“My primordial goal as CEO was rejuvenation of PLDT as the foremost telco in the country.
“I would be less than honest with you if I say that I knew from the start what to do, where PLDT should be going.
“Rather, I had my own dark nights of doubt and long days of despondency. But because we came together as one, hope was nurtured. And we healed.
“We are now a stronger company, establishing historic high revenues and EBITDA these past five years. And as the only integrated telco, we have re-created our dominant position across product lines.
Final duty: Turnover to Al Panlilio
“At the end of this meeting, I will have discharged my final duty as president and CEO of PLDT.
“I’ve asked Al Panlilio to succeed me in this position. My first words would be to declare my support to him.
“This decision is made less difficult by the knowledge that Al, with his long experience with PLDT and his competent qualities, would be able to take my place forthwith, without interruption or detriment to the progress of PLDT.
“Indeed, there are moments in the lives of corporations, and even in our own lives, where change becomes appropriate, even inevitable.
“I now lay down my charge. I will continue to be your chairman and, as such I will always follow the affairs and fortunes of our company with profound interest. If I can be of service to Al and his team at any time, I shall not fail to help.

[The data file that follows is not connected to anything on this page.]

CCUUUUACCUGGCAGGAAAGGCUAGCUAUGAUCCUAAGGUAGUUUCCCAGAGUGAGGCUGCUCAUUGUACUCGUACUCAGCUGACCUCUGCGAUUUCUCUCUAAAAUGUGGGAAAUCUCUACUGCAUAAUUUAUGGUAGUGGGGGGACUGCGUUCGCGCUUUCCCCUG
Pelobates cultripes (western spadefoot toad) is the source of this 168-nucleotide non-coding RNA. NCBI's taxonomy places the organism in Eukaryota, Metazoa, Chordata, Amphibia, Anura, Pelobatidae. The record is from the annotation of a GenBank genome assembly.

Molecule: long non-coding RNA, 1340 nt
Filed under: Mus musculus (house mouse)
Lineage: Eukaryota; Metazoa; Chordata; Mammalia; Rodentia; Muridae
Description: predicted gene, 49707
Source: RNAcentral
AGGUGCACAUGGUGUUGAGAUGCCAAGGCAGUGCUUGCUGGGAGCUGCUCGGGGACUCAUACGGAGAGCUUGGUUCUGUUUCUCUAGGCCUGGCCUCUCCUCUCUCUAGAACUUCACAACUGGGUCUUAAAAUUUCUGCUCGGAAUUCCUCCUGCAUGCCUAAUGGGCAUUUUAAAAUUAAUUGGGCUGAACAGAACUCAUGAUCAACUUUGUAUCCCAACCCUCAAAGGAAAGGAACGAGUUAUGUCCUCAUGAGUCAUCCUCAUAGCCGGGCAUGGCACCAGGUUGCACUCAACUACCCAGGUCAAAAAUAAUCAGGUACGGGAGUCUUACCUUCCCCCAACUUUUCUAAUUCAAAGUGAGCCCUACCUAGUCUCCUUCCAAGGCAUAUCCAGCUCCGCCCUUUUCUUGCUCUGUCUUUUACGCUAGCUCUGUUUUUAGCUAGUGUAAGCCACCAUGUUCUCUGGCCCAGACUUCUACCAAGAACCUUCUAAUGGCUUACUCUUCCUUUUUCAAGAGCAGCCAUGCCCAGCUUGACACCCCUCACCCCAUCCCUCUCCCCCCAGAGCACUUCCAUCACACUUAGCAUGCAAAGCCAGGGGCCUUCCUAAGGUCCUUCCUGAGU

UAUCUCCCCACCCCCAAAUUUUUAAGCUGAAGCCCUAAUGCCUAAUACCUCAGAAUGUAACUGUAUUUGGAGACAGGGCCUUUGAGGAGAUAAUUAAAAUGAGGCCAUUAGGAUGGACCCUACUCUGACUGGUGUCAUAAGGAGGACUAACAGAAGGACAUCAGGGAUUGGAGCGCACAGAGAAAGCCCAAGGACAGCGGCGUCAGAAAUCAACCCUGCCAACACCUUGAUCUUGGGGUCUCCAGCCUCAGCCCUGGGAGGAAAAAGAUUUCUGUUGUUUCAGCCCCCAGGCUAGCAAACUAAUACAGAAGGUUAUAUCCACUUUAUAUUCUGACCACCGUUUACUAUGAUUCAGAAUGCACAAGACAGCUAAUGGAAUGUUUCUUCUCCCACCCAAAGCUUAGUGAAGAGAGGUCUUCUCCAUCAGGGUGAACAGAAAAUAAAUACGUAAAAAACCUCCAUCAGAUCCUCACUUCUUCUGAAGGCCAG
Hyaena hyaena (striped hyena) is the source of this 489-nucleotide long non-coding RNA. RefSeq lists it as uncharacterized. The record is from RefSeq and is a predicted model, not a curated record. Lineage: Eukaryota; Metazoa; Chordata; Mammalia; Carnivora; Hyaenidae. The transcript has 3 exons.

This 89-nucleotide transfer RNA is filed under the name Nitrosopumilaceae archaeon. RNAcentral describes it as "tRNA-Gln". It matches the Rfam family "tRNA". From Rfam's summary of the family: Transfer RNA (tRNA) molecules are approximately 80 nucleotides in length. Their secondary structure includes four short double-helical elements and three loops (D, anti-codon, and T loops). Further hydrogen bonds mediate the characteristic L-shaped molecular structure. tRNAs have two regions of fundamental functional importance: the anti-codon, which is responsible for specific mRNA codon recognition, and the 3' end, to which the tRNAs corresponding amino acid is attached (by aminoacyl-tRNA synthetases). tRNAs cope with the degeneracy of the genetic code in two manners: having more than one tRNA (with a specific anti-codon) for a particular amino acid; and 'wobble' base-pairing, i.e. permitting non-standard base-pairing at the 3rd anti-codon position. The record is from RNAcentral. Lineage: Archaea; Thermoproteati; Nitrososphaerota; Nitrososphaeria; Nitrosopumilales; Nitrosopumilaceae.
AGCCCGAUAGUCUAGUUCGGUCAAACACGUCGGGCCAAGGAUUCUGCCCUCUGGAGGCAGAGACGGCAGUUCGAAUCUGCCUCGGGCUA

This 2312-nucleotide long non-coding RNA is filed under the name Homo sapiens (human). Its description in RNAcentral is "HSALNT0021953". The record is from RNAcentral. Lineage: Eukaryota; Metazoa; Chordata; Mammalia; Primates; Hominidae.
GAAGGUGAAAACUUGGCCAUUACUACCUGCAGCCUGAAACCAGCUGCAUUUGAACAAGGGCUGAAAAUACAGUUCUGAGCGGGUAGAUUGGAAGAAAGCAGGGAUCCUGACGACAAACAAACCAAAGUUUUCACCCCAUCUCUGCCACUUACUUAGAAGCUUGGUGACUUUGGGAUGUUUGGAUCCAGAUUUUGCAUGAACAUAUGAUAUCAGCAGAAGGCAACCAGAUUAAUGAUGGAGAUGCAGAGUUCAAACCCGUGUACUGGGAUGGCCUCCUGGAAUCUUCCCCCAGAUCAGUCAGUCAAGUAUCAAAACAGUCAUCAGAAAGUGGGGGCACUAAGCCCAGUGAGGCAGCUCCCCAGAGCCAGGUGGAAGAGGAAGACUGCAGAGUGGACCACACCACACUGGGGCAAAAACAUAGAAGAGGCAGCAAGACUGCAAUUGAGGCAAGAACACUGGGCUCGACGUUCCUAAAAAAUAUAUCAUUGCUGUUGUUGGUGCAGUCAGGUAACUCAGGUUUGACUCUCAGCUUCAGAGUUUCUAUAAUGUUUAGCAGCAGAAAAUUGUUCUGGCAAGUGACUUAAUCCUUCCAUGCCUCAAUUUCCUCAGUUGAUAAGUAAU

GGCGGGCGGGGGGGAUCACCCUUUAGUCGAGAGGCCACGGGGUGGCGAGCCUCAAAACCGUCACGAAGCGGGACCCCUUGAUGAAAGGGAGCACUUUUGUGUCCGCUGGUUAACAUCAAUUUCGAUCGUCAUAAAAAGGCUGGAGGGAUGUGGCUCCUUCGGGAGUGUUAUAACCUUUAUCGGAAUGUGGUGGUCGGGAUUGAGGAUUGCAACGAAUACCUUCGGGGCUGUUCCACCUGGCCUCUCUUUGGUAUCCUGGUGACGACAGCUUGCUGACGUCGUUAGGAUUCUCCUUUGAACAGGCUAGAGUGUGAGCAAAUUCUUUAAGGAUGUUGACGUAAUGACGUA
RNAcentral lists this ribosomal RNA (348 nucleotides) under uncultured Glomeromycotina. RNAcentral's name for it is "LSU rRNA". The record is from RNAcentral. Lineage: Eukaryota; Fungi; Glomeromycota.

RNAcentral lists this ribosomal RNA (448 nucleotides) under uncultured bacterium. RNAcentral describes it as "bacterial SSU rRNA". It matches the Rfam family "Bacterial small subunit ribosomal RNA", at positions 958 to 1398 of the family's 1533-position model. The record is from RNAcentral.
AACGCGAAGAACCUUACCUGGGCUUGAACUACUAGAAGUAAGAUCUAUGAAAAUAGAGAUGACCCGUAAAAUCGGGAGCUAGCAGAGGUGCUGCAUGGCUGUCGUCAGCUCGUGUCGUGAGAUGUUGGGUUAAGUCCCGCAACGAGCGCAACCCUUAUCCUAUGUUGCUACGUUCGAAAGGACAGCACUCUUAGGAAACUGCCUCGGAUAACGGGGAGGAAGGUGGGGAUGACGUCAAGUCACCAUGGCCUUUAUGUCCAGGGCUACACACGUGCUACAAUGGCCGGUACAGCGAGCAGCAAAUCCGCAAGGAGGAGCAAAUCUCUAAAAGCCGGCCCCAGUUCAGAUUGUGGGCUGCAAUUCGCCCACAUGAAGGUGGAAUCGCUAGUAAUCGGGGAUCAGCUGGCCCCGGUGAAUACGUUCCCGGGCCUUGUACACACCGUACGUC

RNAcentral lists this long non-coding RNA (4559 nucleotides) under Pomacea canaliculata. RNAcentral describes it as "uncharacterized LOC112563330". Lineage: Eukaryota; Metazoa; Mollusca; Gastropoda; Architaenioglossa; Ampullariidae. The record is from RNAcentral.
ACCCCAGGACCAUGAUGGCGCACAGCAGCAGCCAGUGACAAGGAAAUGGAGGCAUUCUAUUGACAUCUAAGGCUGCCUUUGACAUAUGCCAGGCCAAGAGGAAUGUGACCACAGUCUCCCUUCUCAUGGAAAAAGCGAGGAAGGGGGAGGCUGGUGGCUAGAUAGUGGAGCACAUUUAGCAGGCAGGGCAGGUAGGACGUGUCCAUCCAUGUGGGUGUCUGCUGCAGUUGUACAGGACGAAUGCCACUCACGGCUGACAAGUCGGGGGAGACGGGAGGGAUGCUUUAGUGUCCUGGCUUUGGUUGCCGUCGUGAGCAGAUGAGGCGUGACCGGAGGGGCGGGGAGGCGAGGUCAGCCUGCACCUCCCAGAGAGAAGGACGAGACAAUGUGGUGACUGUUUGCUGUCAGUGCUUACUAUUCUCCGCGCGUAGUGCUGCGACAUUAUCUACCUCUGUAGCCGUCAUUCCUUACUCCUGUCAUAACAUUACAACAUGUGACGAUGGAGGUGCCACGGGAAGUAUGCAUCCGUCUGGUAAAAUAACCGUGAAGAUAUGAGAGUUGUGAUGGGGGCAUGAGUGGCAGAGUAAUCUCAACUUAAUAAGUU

The future – expectations
“In the past 23 years, I’ve seen firsthand the ordeals and triumphs of this company.
“The P40-billion debt re-structuring of Piltel in 1999, PLDT’s liquidity issues in 2001 exacerbated by the September 11 terrorist attack on the Twin Towers in New York; our acquisition of Sun Cellular in 2011; our loss of leadership in the wireless business starting 2015 – these are just some of the many consequential milestones of PLDT’s storied tapestry.
“We’ve seen them all – and prevailed. So let me say this to conclude – it has been an unparalleled privilege to have served you and this company as your CEO. It has indeed been a remarkable walk with destiny.
“Let us therefore confidently face the future as we did the past – resolute to do our duty well, resolute to uphold our values by deed and by word, resolute to attain our highest goals.
I look forward to a great future for PLDT – where our accomplishments will match our service, our passion with our purpose.
Never again will PLDT yield
“I look forward to a PLDT dauntless in facing crises of the worst kind as we did with COVID, fearless in embracing opportunities for innovation or expansion – resolute in preserving the ground we have retaken: never again shall we yield.
“I look forward to a PLDT which earns the respect of its peers in business, the keen interest of investors, and the patronage of our customers and communities.
“In closing, I wish all of you to be safe and well. In next year’s annual meeting, I hope we can all be together in one place in person.”